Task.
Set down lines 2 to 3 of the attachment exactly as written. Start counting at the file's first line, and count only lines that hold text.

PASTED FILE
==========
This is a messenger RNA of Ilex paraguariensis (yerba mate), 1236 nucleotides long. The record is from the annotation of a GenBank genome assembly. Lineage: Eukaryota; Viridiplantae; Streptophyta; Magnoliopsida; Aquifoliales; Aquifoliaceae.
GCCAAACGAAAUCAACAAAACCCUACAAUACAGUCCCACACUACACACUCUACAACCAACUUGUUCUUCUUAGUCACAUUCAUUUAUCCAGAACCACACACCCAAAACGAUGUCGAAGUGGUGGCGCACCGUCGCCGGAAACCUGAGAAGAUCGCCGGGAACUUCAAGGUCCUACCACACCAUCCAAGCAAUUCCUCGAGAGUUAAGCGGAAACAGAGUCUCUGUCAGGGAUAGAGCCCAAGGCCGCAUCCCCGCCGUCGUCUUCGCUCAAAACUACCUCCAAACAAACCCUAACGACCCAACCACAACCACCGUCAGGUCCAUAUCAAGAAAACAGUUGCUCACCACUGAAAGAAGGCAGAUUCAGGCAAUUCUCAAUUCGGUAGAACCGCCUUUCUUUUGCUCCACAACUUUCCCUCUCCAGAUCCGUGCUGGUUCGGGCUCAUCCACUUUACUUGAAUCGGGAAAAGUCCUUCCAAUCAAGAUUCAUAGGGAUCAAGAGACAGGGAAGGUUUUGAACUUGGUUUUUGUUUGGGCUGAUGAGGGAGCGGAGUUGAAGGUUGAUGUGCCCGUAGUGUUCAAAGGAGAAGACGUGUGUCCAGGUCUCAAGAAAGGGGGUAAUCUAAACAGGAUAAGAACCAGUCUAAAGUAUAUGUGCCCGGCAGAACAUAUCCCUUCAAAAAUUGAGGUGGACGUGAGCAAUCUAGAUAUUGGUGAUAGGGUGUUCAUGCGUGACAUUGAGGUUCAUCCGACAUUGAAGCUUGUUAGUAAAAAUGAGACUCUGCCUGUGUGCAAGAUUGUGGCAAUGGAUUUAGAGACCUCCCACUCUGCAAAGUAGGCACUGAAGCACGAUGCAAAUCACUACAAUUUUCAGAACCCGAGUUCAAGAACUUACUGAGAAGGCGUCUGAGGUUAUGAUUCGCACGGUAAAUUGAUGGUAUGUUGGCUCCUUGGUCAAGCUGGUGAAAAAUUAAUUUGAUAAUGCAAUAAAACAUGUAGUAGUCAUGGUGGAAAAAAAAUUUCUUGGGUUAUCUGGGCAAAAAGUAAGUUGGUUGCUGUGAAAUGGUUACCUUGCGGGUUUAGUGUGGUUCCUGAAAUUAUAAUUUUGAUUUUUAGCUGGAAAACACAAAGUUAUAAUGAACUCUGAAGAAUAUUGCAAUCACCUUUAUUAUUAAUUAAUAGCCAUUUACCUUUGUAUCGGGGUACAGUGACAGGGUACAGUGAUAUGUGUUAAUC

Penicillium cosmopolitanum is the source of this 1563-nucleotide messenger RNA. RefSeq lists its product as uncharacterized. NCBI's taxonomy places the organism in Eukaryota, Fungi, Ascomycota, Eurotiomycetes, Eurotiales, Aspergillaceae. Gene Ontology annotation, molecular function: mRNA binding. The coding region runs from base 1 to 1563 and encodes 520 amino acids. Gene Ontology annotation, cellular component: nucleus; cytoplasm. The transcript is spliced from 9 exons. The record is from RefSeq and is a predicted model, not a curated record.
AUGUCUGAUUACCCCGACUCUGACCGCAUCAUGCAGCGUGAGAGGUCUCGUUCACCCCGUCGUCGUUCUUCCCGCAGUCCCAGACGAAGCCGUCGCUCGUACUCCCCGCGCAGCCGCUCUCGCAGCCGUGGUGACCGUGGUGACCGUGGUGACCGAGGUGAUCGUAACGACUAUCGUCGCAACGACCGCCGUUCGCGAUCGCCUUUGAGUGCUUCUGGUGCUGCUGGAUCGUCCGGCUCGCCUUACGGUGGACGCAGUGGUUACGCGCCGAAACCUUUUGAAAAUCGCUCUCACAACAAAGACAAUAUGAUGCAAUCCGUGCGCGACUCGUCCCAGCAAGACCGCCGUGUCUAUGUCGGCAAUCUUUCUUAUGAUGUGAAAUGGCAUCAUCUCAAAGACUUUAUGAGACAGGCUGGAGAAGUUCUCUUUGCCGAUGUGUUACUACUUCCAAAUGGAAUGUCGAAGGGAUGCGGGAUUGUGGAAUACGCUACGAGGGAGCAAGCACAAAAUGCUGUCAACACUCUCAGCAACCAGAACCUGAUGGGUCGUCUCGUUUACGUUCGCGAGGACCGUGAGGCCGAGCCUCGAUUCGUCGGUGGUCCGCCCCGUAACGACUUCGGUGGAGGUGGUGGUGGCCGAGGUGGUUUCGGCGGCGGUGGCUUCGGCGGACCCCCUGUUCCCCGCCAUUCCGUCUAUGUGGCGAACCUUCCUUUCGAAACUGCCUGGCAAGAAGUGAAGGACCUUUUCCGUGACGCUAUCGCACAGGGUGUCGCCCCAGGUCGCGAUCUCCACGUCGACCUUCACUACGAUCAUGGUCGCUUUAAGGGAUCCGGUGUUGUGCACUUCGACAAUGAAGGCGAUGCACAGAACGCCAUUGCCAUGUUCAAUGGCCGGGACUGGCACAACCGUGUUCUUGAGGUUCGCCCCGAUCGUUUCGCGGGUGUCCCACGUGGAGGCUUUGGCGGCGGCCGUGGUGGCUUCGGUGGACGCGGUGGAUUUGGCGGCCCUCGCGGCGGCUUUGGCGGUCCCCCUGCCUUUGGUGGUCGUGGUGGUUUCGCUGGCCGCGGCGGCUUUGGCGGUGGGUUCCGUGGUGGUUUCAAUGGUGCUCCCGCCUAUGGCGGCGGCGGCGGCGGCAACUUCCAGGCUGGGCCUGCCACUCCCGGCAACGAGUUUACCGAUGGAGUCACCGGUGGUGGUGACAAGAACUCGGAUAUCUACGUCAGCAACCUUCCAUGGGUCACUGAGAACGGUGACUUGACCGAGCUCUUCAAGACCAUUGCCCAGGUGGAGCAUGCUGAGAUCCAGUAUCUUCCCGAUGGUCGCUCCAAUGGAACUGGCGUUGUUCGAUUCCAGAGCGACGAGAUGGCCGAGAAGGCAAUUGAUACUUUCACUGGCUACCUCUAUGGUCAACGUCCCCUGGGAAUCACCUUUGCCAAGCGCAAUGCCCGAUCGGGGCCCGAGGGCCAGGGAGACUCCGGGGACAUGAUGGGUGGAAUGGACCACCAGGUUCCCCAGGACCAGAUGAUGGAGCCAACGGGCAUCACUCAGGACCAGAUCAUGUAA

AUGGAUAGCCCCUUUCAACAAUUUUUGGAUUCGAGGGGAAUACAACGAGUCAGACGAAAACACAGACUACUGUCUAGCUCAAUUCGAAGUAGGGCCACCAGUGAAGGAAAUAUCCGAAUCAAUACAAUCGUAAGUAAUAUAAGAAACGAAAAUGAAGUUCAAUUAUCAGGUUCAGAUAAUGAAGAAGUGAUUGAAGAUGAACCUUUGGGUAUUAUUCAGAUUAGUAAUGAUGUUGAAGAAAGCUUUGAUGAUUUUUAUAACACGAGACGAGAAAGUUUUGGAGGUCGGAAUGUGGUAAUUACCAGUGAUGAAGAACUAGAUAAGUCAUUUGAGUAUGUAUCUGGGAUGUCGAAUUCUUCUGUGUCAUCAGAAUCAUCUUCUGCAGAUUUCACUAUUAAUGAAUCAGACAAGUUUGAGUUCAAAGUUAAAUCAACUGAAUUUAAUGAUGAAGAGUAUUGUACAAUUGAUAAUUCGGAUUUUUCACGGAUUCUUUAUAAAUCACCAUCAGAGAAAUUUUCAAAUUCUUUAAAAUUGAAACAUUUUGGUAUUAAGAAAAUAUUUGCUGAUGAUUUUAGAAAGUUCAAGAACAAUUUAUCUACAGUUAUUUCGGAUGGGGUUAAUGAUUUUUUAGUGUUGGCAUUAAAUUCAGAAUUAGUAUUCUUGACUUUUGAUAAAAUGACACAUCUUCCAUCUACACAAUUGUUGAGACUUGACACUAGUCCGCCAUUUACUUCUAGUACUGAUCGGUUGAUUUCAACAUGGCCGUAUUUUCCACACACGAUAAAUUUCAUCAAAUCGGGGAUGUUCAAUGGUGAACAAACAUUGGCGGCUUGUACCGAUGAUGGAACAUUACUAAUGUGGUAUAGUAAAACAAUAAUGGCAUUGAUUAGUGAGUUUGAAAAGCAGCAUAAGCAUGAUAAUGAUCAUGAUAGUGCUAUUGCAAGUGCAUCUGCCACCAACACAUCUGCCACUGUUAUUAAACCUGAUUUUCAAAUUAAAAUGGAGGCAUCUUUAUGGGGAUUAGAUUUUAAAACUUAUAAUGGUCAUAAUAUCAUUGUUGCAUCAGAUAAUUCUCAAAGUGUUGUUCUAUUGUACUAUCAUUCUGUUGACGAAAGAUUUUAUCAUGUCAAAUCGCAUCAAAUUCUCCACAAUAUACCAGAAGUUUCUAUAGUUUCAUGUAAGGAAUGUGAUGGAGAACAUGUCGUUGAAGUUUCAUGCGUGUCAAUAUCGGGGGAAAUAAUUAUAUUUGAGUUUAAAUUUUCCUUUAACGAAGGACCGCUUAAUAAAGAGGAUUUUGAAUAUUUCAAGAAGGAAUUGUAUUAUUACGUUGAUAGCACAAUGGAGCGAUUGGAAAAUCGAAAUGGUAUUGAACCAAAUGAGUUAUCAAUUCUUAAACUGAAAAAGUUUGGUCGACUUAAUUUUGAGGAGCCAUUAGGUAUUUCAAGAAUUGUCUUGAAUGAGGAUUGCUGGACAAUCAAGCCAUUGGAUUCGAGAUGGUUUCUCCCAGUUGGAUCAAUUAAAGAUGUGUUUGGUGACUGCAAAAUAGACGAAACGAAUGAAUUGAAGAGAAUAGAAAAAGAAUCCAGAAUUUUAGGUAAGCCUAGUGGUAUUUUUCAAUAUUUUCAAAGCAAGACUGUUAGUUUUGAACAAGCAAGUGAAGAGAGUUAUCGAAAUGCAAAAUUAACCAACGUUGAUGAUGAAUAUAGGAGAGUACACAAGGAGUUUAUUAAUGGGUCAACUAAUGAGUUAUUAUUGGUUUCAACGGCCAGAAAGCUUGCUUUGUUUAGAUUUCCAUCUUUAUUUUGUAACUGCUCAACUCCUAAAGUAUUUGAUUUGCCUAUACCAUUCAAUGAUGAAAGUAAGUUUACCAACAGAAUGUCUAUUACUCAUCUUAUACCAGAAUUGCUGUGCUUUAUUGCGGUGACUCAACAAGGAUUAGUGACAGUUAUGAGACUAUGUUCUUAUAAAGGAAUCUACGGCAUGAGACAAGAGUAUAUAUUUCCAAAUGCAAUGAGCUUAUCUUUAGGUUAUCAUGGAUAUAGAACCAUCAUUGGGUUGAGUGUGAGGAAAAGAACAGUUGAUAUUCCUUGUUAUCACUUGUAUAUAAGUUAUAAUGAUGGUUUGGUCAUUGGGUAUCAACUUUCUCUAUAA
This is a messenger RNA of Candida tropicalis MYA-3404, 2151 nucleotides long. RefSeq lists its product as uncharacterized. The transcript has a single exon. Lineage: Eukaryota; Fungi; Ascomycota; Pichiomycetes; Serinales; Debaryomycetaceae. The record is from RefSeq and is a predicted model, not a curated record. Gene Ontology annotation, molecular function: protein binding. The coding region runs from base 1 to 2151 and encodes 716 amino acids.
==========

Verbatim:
GCCAAACGAAAUCAACAAAACCCUACAAUACAGUCCCACACUACACACUCUACAACCAACUUGUUCUUCUUAGUCACAUUCAUUUAUCCAGAACCACACACCCAAAACGAUGUCGAAGUGGUGGCGCACCGUCGCCGGAAACCUGAGAAGAUCGCCGGGAACUUCAAGGUCCUACCACACCAUCCAAGCAAUUCCUCGAGAGUUAAGCGGAAACAGAGUCUCUGUCAGGGAUAGAGCCCAAGGCCGCAUCCCCGCCGUCGUCUUCGCUCAAAACUACCUCCAAACAAACCCUAACGACCCAACCACAACCACCGUCAGGUCCAUAUCAAGAAAACAGUUGCUCACCACUGAAAGAAGGCAGAUUCAGGCAAUUCUCAAUUCGGUAGAACCGCCUUUCUUUUGCUCCACAACUUUCCCUCUCCAGAUCCGUGCUGGUUCGGGCUCAUCCACUUUACUUGAAUCGGGAAAAGUCCUUCCAAUCAAGAUUCAUAGGGAUCAAGAGACAGGGAAGGUUUUGAACUUGGUUUUUGUUUGGGCUGAUGAGGGAGCGGAGUUGAAGGUUGAUGUGCCCGUAGUGUUCAAAGGAGAAGACGUGUGUCCAGGUCUCAAGAAAGGGGGUAAUCUAAACAGGAUAAGAACCAGUCUAAAGUAUAUGUGCCCGGCAGAACAUAUCCCUUCAAAAAUUGAGGUGGACGUGAGCAAUCUAGAUAUUGGUGAUAGGGUGUUCAUGCGUGACAUUGAGGUUCAUCCGACAUUGAAGCUUGUUAGUAAAAAUGAGACUCUGCCUGUGUGCAAGAUUGUGGCAAUGGAUUUAGAGACCUCCCACUCUGCAAAGUAGGCACUGAAGCACGAUGCAAAUCACUACAAUUUUCAGAACCCGAGUUCAAGAACUUACUGAGAAGGCGUCUGAGGUUAUGAUUCGCACGGUAAAUUGAUGGUAUGUUGGCUCCUUGGUCAAGCUGGUGAAAAAUUAAUUUGAUAAUGCAAUAAAACAUGUAGUAGUCAUGGUGGAAAAAAAAUUUCUUGGGUUAUCUGGGCAAAAAGUAAGUUGGUUGCUGUGAAAUGGUUACCUUGCGGGUUUAGUGUGGUUCCUGAAAUUAUAAUUUUGAUUUUUAGCUGGAAAACACAAAGUUAUAAUGAACUCUGAAGAAUAUUGCAAUCACCUUUAUUAUUAAUUAAUAGCCAUUUACCUUUGUAUCGGGGUACAGUGACAGGGUACAGUGAUAUGUGUUAAUC

Penicillium cosmopolitanum is the source of this 1563-nucleotide messenger RNA. RefSeq lists its product as uncharacterized. NCBI's taxonomy places the organism in Eukaryota, Fungi, Ascomycota, Eurotiomycetes, Eurotiales, Aspergillaceae. Gene Ontology annotation, molecular function: mRNA binding. The coding region runs from base 1 to 1563 and encodes 520 amino acids. Gene Ontology annotation, cellular component: nucleus; cytoplasm. The transcript is spliced from 9 exons. The record is from RefSeq and is a predicted model, not a curated record.